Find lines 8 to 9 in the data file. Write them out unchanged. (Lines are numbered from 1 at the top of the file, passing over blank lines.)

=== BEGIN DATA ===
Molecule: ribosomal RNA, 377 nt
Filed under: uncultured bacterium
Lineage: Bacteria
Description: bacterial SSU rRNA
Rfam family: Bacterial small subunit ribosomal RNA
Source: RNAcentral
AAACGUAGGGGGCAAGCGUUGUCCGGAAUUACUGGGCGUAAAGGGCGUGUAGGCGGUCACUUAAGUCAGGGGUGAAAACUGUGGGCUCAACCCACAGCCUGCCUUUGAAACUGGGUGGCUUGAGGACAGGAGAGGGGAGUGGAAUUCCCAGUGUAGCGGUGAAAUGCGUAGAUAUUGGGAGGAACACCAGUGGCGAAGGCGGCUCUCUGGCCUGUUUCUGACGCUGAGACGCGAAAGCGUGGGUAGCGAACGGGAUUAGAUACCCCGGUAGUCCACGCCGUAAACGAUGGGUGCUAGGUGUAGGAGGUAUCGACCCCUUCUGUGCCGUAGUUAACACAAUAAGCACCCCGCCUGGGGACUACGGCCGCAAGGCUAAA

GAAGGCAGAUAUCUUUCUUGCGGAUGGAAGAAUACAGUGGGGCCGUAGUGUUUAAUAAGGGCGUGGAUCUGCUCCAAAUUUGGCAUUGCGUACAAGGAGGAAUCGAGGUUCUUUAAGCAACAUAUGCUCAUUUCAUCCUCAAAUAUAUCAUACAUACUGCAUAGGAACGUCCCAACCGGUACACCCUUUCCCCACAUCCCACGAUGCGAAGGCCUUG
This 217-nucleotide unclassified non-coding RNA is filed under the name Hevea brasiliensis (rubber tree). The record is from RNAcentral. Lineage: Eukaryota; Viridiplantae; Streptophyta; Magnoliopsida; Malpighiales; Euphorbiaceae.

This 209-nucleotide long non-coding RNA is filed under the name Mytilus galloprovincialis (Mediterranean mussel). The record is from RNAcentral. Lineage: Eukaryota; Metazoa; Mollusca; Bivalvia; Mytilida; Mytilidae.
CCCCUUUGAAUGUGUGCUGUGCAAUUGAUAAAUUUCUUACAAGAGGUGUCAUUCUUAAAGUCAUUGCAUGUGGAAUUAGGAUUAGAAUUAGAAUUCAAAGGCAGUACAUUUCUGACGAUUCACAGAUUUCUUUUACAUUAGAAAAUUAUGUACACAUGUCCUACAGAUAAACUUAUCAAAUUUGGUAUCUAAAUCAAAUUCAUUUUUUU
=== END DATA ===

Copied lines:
GAAGGCAGAUAUCUUUCUUGCGGAUGGAAGAAUACAGUGGGGCCGUAGUGUUUAAUAAGGGCGUGGAUCUGCUCCAAAUUUGGCAUUGCGUACAAGGAGGAAUCGAGGUUCUUUAAGCAACAUAUGCUCAUUUCAUCCUCAAAUAUAUCAUACAUACUGCAUAGGAACGUCCCAACCGGUACACCCUUUCCCCACAUCCCACGAUGCGAAGGCCUUG
This 217-nucleotide unclassified non-coding RNA is filed under the name Hevea brasiliensis (rubber tree). The record is from RNAcentral. Lineage: Eukaryota; Viridiplantae; Streptophyta; Magnoliopsida; Malpighiales; Euphorbiaceae.